Now that the presumptive presidential nominees are set for the two major political parties in America, attention has shifted to examining their respective health policy priorities and goals.

Unsurprisingly, reproductive health and the debate over access to abortion have remained a hot button topic.

In headline-making news, former president and Republican candidate Donald Trump waded headfirst into the abortion and in vitro fertilization (IVF) debates.

Trump on abortion: Leave it to the states

After previously suggesting he would support a 15- or 20-week federal ban on abortion, Trump appeared to change course. 

In a four-minute video this week posted to his social media platform, Truth Social, Trump said abortion laws should be left to the states.

“From a legal standpoint, the states will determine by vote or legislation or perhaps both,” Trump said in the video. “Whatever they decide must be the law of the land — in this case, the law of the state.”

He added that fighting Roe v. Wade was “all about bringing the issue back to the states. It wasn’t about anything else.”

Trump noted that hardliner Republicans who have sought federal abortion restrictions as severe as a full ban could cost the party significant votes in the upcoming elections with swing voters and independents.

“When they got nowhere, they upped [the federal ban] to six weeks,” Trump said. “And they got nowhere again and they recently upped it to 15 weeks… Because they were getting absolutely nowhere with the Democrats and they never would. Because the Democrats will never give up on this issue.”

With polls showing that full abortion bans are generally unpopular among voters, Democrats were able to gain favor in the 2022 midterm elections after Roe v. Wade was overturned.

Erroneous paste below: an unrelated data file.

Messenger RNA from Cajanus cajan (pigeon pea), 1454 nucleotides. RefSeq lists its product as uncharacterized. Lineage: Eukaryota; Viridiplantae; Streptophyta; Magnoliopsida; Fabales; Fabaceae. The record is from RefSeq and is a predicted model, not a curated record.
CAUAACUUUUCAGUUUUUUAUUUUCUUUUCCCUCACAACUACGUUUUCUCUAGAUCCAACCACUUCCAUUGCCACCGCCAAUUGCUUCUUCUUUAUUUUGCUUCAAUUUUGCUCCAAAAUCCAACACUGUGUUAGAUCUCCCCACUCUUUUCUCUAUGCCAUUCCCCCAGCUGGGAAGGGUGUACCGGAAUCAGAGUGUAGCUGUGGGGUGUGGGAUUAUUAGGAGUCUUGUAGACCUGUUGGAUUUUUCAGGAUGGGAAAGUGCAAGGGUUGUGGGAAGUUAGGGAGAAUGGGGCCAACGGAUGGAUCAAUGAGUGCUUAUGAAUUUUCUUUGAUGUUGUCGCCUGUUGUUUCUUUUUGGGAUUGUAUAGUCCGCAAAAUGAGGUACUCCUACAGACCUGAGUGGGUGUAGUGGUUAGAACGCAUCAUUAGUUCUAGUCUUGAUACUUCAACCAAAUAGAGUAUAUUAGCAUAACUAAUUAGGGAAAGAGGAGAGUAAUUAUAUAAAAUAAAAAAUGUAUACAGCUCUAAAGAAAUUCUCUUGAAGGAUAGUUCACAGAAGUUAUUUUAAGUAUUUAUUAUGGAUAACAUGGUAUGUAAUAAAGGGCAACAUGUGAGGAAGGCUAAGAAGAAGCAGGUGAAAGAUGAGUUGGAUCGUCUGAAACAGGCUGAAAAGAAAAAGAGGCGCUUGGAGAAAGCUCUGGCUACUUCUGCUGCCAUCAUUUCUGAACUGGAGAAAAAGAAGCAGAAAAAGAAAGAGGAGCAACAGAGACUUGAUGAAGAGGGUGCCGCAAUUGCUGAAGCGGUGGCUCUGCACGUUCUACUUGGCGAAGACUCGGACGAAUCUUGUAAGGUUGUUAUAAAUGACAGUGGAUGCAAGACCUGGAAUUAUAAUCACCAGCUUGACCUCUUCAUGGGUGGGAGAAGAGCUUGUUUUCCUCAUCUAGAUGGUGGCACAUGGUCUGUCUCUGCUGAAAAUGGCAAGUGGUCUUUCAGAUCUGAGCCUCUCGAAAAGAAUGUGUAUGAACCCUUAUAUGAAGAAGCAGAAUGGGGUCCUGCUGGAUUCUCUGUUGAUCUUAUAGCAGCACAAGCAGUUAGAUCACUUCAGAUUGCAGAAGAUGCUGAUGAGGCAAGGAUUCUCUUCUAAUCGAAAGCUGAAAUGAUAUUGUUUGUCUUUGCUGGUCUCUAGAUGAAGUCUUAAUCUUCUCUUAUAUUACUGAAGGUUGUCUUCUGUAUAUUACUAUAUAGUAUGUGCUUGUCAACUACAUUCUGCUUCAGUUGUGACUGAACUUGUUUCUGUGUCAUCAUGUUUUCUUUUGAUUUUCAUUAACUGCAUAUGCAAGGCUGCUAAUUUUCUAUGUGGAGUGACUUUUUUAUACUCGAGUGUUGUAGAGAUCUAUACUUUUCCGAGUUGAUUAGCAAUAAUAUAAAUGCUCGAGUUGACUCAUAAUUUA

The party appears set on emphasizing reproductive rights further in the presidential campaign. That leaves Republicans scrambling to find a strategy to counter them on the issue, according to recent reporting by Politico.

Just one day after Trump’s Truth Social comments, the Arizona Supreme Court ruled that the state could enforce an 1864 law that bans nearly all abortions. The Civil War-era law delineates that doctors who perform abortions could face felonies and two to five years in prison.

When asked by reporters if the Arizona Supreme Court went too far in its ruling, Trump said, “Yeah, they did and I think it’ll be straightened out… I’m sure the governor and everybody else have got to bring it back into reason and that it will be taken care of.”

Trump’s comments this week left many anti-abortion advocates disappointed, including anti-abortion groups and Sen. Lindsey Graham. Former vice president Mike Pence called Trump’s stance a “slap in the face.”

Trump responded to the backlash on Truth Social, noting that “many good Republicans” lost elections because of the issue.

Meanwhile, Democrats issued statements pushing back on Trump’s comments, with Biden noting that despite Trump opposing a federal ban – he was still “responsible for creating the cruelty and the chaos that has enveloped America since the Dobbs decision.”

Trump suggests support of IVF amid controversy

In the same Truth Social video posted this week, Trump also claimed that he supported IVF in the wake of the recent Alabama Supreme Court ruling that frozen embryos could be considered children under state law.

That decision forced many fertility clinics to shut down or pause procedures, leaving many healthcare providers and patients in limbo.

Trump said he and the Republican Party want to make it easier for mothers and families to have babies, not harder, backing the availability of fertility treatments like IVF nationwide.

But some Democrats have argued that Trump and other Republicans’ claims to support IVF are simply lip service. 

Sen. Jack Reed, (D-R.I.), who co-sponsored a bill that seeks to protect IVF access — the Access to Family Building Act — noted in a February statement that fertility treatments are at “serious risk.”

“Trump Republicans are actively campaigning to take away Americans’ reproductive freedoms,” Reed said. “Some are trying to sweep the Alabama Supreme Court’s ruling under the rug ahead of the 2024 midterms and paying lip service to IVF services now.”

Trump’s IVF comments echoed similar ones he made earlier this year following the Alabama ruling, in which he noted he strongly supports the availability of IVF.